Retirement Dilemma

The most difficult decision, in my view, is what to do with my RRSP once I get closer to retirement age.  My pension income should be relatively high, which means that any RRSP withdrawals will be taxed at the highest rate.   We could look at pension income splitting, where I can transfer up to one-half of my pension income to my wife.  This income splitting could apply to RRIF withdrawals as well.

The other option that I’ve considered is to retire early and use my bridge benefit (the payment made to pension plan members who retire before age 65 on an early pension) while drawing down my RRSP before I reach 65.

It’s tough to predict what the landscape might look like 20-30 years from now.  Tax laws can change, my employment situation may change, and our financial needs as a family may change.  When faced with uncertainty, often times it’s best to just wait and see what happens rather than making a rushed decision.

What do you think I should do with my RRSP?


17 Responses to What Should I Do With My RRSP?

  1. From what you describe, it seems to me it would make sense to max out your TFSA before maxing out your RRSP (given you goal of reducing income tax during retirement). It it were me, I would certainly be interested in the early retirement option and would make the additional contributions if I could. But if you don’t have that goal or another goal where the contributions can help achieve it, it might not make sense to make them, especially not if they would be deterring from another goal you do have, like paying off a mortgage early or something like that.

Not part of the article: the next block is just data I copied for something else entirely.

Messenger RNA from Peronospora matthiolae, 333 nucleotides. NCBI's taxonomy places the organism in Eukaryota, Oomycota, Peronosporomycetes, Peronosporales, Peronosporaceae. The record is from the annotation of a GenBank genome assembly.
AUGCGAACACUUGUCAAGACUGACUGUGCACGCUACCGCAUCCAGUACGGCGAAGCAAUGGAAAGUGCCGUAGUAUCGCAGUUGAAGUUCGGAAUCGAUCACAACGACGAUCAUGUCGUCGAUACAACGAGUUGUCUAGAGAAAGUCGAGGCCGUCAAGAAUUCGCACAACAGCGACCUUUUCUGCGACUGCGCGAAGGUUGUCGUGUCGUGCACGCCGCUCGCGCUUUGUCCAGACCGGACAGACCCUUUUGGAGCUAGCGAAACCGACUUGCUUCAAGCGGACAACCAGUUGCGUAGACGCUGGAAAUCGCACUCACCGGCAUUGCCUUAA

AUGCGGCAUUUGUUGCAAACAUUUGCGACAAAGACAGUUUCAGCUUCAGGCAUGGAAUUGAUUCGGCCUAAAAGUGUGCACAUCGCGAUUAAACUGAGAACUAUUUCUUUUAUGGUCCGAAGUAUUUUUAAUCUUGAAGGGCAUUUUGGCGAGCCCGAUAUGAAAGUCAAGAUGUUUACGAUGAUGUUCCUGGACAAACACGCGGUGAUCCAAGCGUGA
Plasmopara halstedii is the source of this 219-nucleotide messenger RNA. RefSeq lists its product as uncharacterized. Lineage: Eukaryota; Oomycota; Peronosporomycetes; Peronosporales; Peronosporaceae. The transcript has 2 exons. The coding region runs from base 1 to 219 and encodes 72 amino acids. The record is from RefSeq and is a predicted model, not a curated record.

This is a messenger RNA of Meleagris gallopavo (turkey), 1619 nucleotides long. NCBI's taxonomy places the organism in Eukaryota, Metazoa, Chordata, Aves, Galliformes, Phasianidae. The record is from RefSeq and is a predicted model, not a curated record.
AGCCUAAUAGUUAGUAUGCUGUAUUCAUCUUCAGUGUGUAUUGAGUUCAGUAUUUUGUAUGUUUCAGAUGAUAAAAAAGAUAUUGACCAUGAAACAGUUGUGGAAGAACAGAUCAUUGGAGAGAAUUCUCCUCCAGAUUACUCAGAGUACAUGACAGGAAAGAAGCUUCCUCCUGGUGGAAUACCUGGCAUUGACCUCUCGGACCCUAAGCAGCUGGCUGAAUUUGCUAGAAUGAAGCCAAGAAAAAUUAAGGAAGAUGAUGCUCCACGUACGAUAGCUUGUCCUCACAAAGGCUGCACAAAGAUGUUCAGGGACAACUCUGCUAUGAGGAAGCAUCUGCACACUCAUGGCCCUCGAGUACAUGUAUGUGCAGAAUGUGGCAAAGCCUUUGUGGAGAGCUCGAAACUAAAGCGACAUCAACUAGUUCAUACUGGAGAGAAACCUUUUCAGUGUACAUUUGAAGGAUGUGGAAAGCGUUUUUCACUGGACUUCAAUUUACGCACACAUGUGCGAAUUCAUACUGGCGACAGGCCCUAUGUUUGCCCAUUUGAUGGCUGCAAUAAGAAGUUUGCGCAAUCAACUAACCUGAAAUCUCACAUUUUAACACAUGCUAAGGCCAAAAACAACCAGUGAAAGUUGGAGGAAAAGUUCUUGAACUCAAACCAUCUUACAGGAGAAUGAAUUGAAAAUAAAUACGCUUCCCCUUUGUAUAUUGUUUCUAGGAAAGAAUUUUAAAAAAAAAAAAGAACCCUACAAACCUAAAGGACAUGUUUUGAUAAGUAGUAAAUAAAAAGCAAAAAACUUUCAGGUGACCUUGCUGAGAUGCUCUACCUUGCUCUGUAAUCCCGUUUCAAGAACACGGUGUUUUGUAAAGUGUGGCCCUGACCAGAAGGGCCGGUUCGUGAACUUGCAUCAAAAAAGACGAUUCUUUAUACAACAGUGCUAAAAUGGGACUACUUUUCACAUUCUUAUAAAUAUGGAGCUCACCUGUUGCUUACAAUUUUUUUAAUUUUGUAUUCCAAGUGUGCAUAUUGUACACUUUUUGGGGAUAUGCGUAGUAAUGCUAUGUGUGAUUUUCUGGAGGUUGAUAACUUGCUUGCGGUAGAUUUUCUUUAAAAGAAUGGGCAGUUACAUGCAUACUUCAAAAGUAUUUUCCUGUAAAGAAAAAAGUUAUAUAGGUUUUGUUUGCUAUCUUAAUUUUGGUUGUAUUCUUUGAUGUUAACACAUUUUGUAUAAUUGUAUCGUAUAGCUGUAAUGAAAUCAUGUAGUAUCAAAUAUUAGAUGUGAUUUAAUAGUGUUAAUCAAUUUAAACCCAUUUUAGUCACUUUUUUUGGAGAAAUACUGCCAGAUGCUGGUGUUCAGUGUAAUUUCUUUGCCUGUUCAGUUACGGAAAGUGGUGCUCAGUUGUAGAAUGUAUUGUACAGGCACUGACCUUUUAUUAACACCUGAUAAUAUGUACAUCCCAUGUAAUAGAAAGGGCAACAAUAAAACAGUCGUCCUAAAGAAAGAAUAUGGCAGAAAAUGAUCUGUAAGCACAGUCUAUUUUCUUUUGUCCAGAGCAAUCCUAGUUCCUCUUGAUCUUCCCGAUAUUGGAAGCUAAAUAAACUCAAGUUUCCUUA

• @Dee
      Thanks for your comments. It’s a tough balancing act, for sure. Between the pension, RRSP, TFSA, RESP and extra mortgage contributions, it doesn’t seem like there’s enough to go around.

    • Depending on your salary and tax bracket, you could always contribute to RRSP and then use your income tax refund to pay a lump sum on your mortgage.

      Dee, great article!… I’m using my TFSA the way you are using your RRSP account. The only difference is my TFSA is my plan,my RRSP is my back up plan. Not sure if that makes any sense to you?

      I love dividend paying stocks also. I use my TFSA for ETF’s and riskier dividend paying stocks. I use my RRSP for solid blue chip dividend paying stocks. If my TFSA is a hit ill be laughing all the way to the bank when Im 60 or 65, if it flops I always have my safe burden RRSP to take care of me. I figure when Im that old Ill only need about 20k a year to survive.

  2. Seems like you are doing the right thing with your RRSP.

    If you end up doing an early retirement, you could always extra contributions before you go in order to benefit from the tax arbitrage.

  3. I would max out the TFSA. I would then contribute lesser amounts to my RRSP.

    When you start to withdraw from your RRSP at a later date you will be surprised (even shocked!) at the amount of tax you have to pay.

    • @Peter
      That’s what worries me about building up a large RRSP portfolio. When withdrawn in addition to my pension, the tax bill might be pretty hefty.

    • @My University Money